Insulation is one of the most important elements of an energy-efficient home, if not the most important. Keeping warm air in and cold air out during the winter months means your heating system doesn’t have to work as hard to keep your home nice and toasty, saving valuable fuel resources and lowering your energy bills at the same time.
It used to be that traditional fiberglass insulation was the only game in town, but now there are several green insulation alternatives that are better both for you and the environment. Fiberglass insulation contains particles of actual glass that are tiny enough to be inhaled (and embed themselves in your skin, making you itch), so you can imagine the damage it can do to your lungs if it’s not handled properly. But the bigger issue is the binders hold the fiberglass particles together: The resins typically contain formaldehyde that off-gasses freely, and the dyes usually give off fumes too.
If your project requires fiberglass, a greener choice is EcoBatt Glasswool. EcoBatt boasts not only fiberglass made from recycled bottles and sand (instead of new glass), but its binders contain no formaldehyde, phenol, acrylics or artificial colors.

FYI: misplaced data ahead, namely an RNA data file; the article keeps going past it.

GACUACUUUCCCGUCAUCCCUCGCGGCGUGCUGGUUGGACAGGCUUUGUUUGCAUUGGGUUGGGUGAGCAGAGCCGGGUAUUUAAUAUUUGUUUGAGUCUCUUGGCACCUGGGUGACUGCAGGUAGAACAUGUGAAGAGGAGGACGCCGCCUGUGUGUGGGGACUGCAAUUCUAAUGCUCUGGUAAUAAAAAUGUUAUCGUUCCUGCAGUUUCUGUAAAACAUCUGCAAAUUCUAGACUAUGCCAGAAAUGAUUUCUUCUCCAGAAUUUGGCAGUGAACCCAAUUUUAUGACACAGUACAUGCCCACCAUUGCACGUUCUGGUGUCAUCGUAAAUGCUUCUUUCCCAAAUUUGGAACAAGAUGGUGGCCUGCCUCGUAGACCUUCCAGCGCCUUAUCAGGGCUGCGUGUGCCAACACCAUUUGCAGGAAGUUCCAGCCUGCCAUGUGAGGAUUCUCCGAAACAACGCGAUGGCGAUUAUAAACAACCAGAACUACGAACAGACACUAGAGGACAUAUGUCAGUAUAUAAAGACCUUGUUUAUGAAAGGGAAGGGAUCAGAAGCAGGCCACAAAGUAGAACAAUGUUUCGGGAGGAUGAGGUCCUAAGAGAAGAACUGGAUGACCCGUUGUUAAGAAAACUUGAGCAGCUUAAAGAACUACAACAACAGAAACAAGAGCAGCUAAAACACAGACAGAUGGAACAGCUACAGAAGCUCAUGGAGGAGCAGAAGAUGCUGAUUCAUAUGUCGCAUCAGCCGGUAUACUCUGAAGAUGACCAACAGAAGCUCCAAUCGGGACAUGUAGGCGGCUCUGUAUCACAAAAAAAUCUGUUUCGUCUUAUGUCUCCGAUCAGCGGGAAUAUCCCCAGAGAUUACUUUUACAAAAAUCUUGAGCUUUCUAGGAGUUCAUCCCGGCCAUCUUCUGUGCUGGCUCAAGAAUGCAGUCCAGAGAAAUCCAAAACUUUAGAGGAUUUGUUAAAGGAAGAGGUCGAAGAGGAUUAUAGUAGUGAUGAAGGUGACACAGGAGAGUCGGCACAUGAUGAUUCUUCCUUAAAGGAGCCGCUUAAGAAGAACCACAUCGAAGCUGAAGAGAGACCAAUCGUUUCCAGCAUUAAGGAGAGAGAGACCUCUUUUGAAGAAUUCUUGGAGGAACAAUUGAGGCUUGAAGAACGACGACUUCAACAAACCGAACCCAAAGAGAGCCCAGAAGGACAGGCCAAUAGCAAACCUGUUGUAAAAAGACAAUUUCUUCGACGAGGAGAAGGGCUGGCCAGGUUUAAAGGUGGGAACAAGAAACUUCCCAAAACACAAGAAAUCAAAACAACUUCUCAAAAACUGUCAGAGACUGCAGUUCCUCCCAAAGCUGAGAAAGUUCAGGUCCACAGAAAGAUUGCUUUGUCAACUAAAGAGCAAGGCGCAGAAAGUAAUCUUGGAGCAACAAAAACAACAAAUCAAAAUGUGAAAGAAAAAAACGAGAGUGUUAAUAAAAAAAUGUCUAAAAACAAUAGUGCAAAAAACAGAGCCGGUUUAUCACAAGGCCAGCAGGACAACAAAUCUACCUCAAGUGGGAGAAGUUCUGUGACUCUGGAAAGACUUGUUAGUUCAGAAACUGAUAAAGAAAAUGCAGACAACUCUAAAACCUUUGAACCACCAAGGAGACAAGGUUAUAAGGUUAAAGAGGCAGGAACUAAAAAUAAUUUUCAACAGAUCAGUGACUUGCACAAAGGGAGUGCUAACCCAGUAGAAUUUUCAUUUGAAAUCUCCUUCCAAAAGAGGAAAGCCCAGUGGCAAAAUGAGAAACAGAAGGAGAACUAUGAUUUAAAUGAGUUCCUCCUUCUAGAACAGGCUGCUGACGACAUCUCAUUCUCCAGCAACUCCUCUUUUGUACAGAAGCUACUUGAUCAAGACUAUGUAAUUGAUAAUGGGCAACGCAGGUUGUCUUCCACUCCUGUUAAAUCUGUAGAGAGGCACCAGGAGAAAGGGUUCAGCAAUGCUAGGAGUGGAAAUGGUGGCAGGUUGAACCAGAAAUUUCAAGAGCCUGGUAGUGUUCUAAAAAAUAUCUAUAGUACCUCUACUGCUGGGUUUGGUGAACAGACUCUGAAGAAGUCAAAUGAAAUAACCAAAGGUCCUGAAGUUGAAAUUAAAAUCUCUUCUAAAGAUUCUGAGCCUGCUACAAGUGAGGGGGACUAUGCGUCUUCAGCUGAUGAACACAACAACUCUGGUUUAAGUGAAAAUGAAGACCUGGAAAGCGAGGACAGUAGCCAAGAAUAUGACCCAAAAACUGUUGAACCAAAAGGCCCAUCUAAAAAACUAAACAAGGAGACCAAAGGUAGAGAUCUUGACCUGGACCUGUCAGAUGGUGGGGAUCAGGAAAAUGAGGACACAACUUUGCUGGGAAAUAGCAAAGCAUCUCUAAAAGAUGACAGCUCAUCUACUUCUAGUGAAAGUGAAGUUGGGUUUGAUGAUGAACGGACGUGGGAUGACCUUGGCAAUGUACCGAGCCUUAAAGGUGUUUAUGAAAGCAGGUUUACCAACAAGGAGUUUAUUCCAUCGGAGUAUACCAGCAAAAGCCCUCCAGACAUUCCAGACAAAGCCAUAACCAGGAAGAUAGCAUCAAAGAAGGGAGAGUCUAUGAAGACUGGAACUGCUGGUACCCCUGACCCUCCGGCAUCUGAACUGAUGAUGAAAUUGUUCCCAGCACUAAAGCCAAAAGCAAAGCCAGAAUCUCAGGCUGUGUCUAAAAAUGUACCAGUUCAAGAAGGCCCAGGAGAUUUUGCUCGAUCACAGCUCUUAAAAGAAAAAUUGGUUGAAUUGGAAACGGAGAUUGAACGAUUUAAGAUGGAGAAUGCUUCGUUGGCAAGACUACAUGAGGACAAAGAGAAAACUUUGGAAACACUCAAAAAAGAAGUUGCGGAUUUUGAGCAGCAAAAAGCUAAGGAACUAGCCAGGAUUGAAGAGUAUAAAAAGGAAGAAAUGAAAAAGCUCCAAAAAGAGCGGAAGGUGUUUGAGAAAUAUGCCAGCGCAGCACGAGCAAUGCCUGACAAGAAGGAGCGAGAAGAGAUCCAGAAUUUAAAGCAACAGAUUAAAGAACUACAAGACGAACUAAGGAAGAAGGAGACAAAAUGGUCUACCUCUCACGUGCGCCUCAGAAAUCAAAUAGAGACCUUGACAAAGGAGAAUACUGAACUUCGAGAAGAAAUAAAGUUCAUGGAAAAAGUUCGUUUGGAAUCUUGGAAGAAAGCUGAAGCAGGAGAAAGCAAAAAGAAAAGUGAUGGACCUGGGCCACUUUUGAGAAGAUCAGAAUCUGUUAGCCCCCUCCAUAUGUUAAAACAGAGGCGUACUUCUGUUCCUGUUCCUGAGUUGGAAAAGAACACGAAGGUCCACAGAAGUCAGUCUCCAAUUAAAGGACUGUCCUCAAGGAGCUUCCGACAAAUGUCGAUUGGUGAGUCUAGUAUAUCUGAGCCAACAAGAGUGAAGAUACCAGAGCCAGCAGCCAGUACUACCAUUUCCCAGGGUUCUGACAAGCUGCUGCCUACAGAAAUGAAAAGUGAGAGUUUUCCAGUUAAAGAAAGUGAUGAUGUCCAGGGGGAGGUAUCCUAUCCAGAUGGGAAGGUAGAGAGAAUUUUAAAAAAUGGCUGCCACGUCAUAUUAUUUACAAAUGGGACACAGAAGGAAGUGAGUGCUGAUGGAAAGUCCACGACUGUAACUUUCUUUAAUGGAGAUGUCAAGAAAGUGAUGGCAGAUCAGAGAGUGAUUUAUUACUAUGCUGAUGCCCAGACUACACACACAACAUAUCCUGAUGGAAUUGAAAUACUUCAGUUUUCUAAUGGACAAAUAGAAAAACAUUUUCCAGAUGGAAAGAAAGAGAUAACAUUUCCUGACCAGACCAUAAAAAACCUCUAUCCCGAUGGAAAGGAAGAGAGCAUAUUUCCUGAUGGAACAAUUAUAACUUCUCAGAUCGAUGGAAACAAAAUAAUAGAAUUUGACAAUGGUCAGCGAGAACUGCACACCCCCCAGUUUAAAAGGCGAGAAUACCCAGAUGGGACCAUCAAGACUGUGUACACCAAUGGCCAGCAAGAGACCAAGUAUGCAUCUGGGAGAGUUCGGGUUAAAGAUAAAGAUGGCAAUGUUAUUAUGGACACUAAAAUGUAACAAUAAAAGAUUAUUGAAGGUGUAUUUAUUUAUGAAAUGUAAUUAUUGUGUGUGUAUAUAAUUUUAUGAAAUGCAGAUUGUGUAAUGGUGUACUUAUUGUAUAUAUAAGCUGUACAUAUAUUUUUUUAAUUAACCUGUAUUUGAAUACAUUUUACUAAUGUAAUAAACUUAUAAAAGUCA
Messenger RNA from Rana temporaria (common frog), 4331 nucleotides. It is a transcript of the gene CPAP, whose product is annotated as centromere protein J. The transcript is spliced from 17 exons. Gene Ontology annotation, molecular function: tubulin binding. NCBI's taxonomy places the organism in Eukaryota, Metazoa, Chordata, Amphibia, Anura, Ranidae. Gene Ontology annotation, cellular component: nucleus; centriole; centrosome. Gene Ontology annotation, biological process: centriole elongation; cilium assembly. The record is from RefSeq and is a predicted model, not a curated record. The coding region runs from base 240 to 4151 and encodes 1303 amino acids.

Then there’s the greenest option of all (and the coolest): insulation made of recycled jeans! Remember those Levi’s you wore almost every day in high school? They might be inside the walls of somebody’s house now. Bonded Logic UltraTouch Recycled Cotton Insulation is made from nothing but shredded denim treated with an EPA-registered, non-off-gassing fungus inhibitor--so it’s non-toxic, recycled, and it works like a charm.
Cellulose is another green insulation choice, and National Fiber’s Cel-Pak is proven to beat fiberglass, foam and rockwool when it comes to performance. Even better, it’s made of 100% recycled paper (so that’s where all your office memos ended up!), and requires very little energy to manufacture.
Green Depot carries a range of the best green insulation options available today. Have a look through our selection to find some that’s right for your project, or even just to learn about how your insulation choice can impact the environment.